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Obama administration

Whether or not the United States addresses impending climate change hinges largely on the marketing message driving the discussion. Last night, President Barack Obama made his best pitch to reframe the climate change debate, casting it through the prism of a Works Progress Administration-style plan for achieving a clean energy future.

Last night in his State of the Union address, President Barack Obama rightly spoke about the importance of growing a clean energy economy. Dedicating a chunk of his speech to the promise of the clean energy sector of the economy and the necessity for us as a nation to invest in this sector, the president issued a promise to America's scientists and engineers: If they innovate and come up with clean energy solutions, our government will invest in them and scale them up.

Yesterday, The New York Times published an excellent editorial on mountaintop removal mining in support of the EPA's decision to veto the water pollution permit for the largest proposed mine in West Virginia, Arch Coal's Spruce No. 1 mine.

It issues a strong reproach of the antics of certain friends of coal in Congress:

Despite obvious differences, the icy Arctic Ocean and the warm, deep waters of the Gulf of Mexico have an important commonality: we aren’t prepared to safely drill for oil in either place. Last year’s Gulf spill – which killed 11 rig workers and fouled waters that nourish ecosystems and economies alike – is a harsh illustration of that simple fact.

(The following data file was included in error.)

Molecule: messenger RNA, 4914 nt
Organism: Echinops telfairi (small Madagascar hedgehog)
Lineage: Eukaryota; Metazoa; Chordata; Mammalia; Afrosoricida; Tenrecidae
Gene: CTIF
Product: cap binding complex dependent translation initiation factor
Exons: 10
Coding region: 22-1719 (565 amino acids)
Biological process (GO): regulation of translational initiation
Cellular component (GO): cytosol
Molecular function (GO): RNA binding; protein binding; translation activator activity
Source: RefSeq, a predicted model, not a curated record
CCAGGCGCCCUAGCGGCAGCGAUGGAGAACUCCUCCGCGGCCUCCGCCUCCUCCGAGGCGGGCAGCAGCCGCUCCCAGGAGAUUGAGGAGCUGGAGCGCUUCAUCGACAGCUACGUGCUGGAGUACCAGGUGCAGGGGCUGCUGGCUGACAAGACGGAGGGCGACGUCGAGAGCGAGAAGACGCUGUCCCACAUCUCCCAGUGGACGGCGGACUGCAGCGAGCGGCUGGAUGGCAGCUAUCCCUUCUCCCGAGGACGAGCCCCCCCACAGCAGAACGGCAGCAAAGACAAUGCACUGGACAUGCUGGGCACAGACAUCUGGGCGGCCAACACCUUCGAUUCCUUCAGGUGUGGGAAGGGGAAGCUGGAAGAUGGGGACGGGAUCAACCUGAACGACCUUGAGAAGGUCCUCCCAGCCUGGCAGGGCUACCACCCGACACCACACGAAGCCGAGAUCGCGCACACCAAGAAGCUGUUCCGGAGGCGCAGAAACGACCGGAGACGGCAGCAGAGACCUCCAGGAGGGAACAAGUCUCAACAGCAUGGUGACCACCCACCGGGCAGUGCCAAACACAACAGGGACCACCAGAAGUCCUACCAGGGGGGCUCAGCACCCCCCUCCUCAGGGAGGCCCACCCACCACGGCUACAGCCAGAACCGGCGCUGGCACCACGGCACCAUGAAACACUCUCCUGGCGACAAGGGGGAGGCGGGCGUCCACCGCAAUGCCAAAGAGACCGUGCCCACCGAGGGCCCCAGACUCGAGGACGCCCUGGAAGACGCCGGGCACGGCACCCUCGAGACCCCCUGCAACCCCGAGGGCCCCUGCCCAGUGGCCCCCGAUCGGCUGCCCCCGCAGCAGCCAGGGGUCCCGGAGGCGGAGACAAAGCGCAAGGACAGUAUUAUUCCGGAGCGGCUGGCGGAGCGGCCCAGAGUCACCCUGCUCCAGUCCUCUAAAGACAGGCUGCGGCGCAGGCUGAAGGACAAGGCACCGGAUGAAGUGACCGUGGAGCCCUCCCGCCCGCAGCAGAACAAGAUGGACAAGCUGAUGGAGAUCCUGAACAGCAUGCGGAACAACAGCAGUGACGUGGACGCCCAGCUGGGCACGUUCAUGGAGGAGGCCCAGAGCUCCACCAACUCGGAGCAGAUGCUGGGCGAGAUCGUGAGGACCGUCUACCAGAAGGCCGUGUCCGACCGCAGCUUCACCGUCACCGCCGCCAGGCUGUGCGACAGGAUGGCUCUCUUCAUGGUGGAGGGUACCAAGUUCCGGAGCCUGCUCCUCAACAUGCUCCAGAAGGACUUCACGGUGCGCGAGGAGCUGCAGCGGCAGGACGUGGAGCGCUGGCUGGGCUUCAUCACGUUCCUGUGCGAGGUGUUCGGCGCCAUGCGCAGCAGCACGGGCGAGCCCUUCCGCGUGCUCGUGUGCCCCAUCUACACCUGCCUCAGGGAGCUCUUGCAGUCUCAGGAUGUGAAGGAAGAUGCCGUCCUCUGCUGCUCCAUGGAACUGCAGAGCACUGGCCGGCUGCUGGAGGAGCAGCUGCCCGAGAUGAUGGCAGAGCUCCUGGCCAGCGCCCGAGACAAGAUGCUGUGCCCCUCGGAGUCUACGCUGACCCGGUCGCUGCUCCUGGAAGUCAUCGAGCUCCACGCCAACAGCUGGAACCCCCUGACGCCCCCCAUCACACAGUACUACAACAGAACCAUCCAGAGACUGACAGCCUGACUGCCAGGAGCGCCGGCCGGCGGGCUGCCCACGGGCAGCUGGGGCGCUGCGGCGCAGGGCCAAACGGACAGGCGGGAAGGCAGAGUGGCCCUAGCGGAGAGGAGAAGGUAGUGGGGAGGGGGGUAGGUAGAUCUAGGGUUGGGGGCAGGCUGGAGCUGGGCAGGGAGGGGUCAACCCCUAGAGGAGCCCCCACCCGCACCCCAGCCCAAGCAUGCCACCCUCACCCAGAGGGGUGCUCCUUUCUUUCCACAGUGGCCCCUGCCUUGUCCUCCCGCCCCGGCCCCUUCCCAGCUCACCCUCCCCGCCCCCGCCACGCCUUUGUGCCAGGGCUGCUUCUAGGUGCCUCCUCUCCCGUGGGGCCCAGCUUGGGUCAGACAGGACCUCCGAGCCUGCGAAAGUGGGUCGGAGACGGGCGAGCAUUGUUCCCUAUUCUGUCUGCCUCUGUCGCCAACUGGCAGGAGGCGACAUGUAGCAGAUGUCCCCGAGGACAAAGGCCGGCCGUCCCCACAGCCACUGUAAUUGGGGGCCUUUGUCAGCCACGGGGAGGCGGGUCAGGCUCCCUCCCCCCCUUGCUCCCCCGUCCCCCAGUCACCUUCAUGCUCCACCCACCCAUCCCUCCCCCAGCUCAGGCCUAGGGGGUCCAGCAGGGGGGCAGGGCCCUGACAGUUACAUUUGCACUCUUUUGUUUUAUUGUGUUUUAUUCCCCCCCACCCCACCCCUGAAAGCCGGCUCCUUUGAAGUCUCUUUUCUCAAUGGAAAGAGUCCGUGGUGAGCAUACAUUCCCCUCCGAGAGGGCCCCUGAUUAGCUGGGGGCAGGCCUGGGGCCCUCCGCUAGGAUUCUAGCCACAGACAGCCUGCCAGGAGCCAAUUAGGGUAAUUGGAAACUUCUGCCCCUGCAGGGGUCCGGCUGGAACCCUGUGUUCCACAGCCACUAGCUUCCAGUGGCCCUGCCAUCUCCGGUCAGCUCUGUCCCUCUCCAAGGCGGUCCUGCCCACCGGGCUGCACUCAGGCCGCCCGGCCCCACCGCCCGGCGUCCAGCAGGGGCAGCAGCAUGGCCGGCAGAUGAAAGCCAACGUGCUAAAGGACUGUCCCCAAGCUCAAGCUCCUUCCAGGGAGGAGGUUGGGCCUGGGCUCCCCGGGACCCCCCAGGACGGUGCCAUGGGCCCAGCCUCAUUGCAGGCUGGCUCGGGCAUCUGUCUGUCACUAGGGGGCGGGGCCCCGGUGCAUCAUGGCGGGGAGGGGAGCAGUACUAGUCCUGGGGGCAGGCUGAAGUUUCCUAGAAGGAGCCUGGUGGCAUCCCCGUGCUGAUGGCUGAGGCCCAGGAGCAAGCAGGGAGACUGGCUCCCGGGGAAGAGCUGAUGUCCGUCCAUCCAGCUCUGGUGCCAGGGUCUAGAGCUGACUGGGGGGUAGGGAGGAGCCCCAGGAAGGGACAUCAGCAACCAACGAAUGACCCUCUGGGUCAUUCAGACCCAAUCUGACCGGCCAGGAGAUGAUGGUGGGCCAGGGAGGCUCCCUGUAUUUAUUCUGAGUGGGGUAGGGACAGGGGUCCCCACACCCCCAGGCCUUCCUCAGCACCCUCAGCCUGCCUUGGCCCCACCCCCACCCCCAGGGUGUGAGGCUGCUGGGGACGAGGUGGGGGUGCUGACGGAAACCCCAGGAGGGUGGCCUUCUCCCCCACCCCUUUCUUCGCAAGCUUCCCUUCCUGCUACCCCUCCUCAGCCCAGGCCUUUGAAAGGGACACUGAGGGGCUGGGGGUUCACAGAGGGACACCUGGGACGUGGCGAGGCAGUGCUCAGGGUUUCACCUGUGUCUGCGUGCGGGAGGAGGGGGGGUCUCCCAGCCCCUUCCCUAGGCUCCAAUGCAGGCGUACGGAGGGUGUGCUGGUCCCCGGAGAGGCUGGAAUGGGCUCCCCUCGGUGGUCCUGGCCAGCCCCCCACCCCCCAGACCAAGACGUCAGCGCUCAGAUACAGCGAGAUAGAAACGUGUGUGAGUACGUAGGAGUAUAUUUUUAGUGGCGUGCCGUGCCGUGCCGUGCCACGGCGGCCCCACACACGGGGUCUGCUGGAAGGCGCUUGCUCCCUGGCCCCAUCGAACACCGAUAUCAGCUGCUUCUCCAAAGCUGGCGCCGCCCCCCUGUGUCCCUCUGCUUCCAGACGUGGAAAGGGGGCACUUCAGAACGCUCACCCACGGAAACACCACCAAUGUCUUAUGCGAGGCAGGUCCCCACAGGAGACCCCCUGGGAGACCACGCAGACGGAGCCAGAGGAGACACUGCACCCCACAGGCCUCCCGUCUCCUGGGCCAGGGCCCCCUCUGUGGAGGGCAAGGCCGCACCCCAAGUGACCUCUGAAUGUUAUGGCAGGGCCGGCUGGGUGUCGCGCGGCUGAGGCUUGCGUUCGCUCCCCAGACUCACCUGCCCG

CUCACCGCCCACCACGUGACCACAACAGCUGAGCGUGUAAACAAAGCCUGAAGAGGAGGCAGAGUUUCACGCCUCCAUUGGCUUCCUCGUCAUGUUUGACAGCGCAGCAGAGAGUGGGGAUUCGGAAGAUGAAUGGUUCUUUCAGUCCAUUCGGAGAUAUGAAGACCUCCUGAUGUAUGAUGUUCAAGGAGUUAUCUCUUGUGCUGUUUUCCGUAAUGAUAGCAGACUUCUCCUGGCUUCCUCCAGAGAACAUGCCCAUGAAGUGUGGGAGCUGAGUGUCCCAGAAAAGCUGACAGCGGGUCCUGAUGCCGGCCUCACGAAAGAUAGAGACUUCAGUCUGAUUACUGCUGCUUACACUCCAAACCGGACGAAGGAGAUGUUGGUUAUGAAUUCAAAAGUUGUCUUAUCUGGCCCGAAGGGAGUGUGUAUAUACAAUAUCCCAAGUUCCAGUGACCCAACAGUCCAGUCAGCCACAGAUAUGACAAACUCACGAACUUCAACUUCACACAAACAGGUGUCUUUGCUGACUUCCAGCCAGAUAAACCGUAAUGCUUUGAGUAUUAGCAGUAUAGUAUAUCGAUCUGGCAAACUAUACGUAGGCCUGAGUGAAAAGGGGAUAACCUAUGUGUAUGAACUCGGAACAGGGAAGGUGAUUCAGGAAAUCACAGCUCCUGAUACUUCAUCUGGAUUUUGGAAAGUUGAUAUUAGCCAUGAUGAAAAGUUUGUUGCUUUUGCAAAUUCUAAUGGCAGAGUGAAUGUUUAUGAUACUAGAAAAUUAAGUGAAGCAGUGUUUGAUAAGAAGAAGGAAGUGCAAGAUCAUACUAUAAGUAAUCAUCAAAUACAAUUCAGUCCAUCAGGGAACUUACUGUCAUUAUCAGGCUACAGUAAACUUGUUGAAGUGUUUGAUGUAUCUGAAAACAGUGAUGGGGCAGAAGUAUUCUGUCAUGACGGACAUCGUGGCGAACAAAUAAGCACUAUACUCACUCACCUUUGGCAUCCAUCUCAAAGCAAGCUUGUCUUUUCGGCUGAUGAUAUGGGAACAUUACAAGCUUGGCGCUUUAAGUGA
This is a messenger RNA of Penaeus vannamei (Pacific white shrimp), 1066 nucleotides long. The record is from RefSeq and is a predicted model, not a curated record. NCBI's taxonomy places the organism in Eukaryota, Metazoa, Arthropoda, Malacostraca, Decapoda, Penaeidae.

Spruce No. 1 mine.

Today, after a generation of blasting its way virtually unhindered across Appalachia, the coal industry has been defused. The EPA announced its veto of what would have been the largest mountaintop removal operation in West Virginia -- Arch Coal's Spruce No. 1 Mine.

If you add up all the indicting statements, conclusions and recommendations in President Obama’s oil spill commission report—released today—you’d think outlaws are running the oil industry under charter from federal regulators. Which is no surprise to us at Earthjustice.

The Republican majority in the new Congress has named the U.S. Environmental Protection Agency as its chief adversary and is now preparing to thwart by any means necessary the agency’s efforts to reduce pollution. Today, they took one of their first swipes at the agency.

Only three days after Republicans took over the House of Representatives, Americans are at risk of losing critical, life-saving pollution protections. Since they took their seats in the 112th Congress, some elected representatives have made shooting down or slowing down these protective pollution controls their top priority.

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About the Earthjustice Blog

unEARTHED is a forum for the voices and stories of the people behind Earthjustice's work. The views and opinions expressed in this blog do not necessarily represent the opinion or position of Earthjustice or its board, clients, or funders. Learn more about Earthjustice.